As NT’s, we prefer speech, but we need to be aware of the cost to those we love and work to find what works best for THEM.
Honestly, a little understanding goes a long way.
I would like to say something about my Autism Diagnosis and my social issues. I did not suddenly become Autistic on the day that I was diagnosed (as an adult). I have been Autistic since the day that I was born.
I was very well aware that I did not “fit in” well with most other people. I sometimes even told people that, even though I am polite and know to say “please” and “thank you,” my social skills are “poor.” I knew that I didn’t understand the social rules, no matter how much that I tried, and I admitted to having “bad social skills” to people before my diagnosis.
You know those scenes in movies and on TV where people go into a bar by themselves and go up to the bar for a drink? That was not me! I would never go into a bar unless I was…
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“People do not believe me” was what Emma wrote on our last day in Texas last week. Prior to that sentence she wrote a message to Richard and me that left me in tears because it expressed her gratitude for believing in her and for fighting for her right to be thought competent and intelligent.
One day my daughter will be able to write what she feels and believes independently, of this I have absolutely no doubt. When that day occurs, she can choose what and when she wants to write such things, but for now, I will keep this post to my own views and opinions.
As many of you know, it was not so very long ago that I was one of those people Emma was referring to. I have a great many feelings as I write that sentence, but as I trace back what was going on…
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Once upon a time I wanted to write a post about conflicting desires. Specifically, about my desire to fit in and pass for normal, but also my desire for people to recognize and remember that I’m different. I have a note on it sitting in my list of possible blog topics to write about.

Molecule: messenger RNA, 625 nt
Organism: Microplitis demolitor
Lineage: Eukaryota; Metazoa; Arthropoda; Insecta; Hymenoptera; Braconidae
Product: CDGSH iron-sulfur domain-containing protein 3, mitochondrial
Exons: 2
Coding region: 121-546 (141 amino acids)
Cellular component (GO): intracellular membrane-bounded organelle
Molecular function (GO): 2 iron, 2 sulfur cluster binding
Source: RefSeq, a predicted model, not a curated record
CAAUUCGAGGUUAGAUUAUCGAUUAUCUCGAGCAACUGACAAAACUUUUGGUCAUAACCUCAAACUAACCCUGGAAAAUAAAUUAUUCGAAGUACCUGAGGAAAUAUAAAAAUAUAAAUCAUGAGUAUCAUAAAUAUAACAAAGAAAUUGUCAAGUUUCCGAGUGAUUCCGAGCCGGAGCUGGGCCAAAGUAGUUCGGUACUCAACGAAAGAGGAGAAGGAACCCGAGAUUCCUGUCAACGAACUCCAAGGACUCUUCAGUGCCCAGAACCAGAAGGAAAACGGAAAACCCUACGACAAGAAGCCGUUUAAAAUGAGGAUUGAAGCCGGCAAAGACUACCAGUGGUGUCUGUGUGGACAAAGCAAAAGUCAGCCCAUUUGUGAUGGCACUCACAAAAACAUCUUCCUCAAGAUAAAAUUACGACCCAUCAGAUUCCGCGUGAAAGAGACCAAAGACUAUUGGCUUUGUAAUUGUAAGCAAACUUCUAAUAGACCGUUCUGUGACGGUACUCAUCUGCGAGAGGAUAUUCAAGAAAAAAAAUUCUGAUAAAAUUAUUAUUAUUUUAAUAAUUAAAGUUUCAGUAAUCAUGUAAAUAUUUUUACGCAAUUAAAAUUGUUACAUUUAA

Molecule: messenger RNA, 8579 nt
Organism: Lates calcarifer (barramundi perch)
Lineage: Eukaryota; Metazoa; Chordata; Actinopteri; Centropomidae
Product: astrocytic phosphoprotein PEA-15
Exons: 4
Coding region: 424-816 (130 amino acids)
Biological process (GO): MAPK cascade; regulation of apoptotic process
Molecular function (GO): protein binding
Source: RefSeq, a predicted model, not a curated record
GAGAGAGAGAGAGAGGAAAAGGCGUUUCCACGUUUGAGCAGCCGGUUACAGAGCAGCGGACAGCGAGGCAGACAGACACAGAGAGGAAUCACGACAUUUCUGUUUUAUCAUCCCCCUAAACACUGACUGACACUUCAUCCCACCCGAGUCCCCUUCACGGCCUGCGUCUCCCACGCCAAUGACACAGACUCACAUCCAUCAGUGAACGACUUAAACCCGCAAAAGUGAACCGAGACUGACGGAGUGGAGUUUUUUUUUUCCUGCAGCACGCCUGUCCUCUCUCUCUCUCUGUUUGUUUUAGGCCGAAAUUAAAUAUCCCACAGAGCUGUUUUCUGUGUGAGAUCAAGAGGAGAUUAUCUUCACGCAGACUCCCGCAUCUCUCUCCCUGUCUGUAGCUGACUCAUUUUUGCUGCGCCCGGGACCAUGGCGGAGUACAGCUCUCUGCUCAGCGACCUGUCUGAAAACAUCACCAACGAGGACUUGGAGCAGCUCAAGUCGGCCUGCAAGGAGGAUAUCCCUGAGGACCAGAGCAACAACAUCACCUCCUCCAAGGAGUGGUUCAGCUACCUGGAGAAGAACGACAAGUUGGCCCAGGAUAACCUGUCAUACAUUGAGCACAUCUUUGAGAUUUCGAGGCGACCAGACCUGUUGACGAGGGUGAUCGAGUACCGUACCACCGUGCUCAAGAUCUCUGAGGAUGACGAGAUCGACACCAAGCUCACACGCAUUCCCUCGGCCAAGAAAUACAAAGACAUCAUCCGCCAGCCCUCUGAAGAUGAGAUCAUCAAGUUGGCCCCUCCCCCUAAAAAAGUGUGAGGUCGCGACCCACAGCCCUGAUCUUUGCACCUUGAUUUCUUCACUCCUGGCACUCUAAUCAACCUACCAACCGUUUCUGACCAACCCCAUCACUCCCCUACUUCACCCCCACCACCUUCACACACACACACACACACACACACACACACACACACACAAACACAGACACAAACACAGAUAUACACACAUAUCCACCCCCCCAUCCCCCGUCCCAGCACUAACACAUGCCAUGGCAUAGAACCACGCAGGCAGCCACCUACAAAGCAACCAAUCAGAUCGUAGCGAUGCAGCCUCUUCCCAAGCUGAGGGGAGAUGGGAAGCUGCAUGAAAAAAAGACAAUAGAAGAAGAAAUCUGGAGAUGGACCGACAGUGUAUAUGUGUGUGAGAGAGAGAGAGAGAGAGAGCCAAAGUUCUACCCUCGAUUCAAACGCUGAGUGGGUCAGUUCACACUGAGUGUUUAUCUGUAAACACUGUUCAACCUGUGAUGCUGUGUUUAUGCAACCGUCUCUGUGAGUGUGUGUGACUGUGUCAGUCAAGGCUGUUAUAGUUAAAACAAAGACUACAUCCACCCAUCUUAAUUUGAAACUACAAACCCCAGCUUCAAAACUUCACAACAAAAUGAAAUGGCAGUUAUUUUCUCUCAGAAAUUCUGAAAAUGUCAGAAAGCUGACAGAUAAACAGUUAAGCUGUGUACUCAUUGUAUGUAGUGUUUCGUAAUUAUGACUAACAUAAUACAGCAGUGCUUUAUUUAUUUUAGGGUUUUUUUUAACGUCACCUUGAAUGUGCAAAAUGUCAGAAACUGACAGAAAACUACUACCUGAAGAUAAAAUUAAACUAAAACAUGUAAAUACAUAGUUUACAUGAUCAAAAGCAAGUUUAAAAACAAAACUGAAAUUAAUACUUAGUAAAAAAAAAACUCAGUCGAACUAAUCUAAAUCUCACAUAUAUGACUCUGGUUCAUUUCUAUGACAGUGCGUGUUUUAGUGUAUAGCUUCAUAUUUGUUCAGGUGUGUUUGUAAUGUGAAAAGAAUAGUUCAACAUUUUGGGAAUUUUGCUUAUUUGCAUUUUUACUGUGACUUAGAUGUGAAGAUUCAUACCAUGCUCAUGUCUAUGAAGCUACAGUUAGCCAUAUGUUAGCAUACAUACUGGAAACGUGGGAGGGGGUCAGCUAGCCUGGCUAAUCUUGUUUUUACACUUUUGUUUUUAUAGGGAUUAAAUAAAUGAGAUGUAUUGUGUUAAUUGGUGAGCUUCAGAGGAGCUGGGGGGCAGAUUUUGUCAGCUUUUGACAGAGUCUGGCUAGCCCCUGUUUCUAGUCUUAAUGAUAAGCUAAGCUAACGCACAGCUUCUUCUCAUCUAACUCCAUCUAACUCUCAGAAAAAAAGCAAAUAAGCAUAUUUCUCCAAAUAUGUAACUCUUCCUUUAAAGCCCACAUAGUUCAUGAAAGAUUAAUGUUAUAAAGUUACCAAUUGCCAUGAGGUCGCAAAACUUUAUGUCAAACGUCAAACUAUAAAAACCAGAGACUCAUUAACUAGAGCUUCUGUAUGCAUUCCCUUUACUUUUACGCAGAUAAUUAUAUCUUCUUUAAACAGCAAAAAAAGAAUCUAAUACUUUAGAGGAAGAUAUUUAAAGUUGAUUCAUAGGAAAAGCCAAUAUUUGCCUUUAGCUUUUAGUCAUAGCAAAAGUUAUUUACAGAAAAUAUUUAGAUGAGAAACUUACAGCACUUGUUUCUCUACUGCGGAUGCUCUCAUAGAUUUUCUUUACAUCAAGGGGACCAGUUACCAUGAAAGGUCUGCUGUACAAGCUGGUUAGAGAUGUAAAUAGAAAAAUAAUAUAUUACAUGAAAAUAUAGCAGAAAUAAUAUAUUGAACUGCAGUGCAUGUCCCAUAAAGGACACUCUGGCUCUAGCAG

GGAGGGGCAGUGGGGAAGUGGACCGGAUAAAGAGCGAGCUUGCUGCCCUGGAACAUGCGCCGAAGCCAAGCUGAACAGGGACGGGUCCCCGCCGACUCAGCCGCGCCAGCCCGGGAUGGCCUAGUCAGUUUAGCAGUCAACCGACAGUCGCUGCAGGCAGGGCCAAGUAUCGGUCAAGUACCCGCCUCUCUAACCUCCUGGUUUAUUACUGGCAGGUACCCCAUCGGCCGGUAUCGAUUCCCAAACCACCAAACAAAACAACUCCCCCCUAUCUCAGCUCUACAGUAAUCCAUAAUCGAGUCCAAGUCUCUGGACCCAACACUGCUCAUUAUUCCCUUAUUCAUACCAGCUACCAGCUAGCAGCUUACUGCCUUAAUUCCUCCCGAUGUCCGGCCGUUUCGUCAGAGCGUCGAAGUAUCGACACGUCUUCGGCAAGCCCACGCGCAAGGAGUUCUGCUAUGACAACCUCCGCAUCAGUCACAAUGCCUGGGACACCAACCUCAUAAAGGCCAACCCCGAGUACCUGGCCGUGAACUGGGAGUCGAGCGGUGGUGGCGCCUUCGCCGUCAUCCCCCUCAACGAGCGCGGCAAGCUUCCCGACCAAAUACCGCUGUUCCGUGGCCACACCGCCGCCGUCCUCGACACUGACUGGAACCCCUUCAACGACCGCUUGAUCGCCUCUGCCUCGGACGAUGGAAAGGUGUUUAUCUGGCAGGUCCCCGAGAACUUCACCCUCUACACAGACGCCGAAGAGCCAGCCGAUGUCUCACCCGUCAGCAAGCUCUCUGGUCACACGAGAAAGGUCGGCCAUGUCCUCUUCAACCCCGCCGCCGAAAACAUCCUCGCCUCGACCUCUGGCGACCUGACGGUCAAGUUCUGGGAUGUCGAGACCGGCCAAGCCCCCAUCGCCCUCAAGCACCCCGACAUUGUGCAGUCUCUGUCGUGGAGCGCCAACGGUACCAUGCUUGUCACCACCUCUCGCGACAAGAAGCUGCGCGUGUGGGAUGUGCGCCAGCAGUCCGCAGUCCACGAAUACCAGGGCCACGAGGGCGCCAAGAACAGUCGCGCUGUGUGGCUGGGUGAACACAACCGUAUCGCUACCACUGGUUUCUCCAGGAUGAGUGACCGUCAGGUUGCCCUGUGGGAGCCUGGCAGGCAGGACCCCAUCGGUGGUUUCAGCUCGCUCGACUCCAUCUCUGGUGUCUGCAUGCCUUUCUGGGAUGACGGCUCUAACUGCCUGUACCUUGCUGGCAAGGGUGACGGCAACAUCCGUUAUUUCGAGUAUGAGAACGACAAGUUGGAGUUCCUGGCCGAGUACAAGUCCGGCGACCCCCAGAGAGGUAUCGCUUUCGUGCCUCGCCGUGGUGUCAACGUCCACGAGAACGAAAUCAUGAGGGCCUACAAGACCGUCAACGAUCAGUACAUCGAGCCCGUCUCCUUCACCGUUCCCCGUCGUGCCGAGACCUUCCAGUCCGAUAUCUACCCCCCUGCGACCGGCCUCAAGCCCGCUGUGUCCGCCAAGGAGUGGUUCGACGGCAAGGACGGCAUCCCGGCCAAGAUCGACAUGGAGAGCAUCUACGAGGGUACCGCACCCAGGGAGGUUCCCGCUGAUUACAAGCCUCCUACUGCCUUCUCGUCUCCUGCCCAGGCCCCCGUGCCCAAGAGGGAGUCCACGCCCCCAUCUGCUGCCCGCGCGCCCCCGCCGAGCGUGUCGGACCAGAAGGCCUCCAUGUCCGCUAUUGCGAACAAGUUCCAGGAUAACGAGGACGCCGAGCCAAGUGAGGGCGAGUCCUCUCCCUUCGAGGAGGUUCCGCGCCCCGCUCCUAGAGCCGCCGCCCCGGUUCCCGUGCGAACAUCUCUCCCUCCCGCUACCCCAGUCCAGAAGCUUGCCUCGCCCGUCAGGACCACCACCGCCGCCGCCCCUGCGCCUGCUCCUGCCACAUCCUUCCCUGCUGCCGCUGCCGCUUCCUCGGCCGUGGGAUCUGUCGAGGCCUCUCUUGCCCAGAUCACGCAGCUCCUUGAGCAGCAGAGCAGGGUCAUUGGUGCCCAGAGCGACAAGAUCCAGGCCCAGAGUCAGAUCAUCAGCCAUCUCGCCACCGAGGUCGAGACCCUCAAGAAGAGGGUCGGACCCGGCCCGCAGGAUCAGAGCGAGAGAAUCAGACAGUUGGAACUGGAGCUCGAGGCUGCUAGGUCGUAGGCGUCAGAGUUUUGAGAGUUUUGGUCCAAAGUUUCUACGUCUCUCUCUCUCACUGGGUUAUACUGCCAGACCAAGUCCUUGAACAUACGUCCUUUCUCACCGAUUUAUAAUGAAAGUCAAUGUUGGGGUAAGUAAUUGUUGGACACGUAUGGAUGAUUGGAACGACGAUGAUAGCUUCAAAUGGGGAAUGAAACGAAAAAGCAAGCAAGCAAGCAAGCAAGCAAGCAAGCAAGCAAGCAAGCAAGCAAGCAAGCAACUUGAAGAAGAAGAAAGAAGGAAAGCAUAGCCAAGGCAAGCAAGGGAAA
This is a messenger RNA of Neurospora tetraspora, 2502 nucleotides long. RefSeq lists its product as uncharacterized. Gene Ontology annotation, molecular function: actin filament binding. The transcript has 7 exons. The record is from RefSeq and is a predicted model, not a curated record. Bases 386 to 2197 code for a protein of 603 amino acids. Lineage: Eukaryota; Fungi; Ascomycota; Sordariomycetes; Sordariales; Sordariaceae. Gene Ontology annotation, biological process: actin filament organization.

My desires, however, are getting less and less contradictory as time goes on. Oh, sure, I can get tired of my constant status as outsider, of the fact that I never really feel like I’m part of a group… but “outsider” is increasingly part of my identity, and I have found that sometimes I am more a part of a group than I perhaps had thought.
However, it’s the second of those desires that I’m actually wanting to talk about there. The desire for people to just bloody remember that I’m different, that I’m not like…
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Yeah, so I had time to scroll through this blog 🙂 This is just too adorable. Stim away, kiddo!
Running is big with my son, especially inside the house, in moments of happiness and anticipation – but certainly NOT for competitions in school. “Stop running!!!”has to be one of the most common phrases in our house as he also runs with filled glasses or plates, on socks, amidst the dogs (oh, they like it!) and when getting up in the middle of the night. When it’s relatively safe, I don’t mind it though, including the crashes into walls and doors…
Need I say more?
One of our dogs is deaf. (hearing impaired, if you want – I believe he doesn’t care). He is a shelter dog and actually the one that “listens” best. Because of his lack of hearing, he is very attentive and receptive to hand signs and facial expressions. It’s not actually causing any problems. We do not need to use words.
My son, on the other hand, is sometimes blind to the subtleties of emotions expressed in faces, or doesn’t pick up on the tone of the voice, the words chosen by the person…
He needs more words.
“Claiming Traits” – I like the sound of that 🙂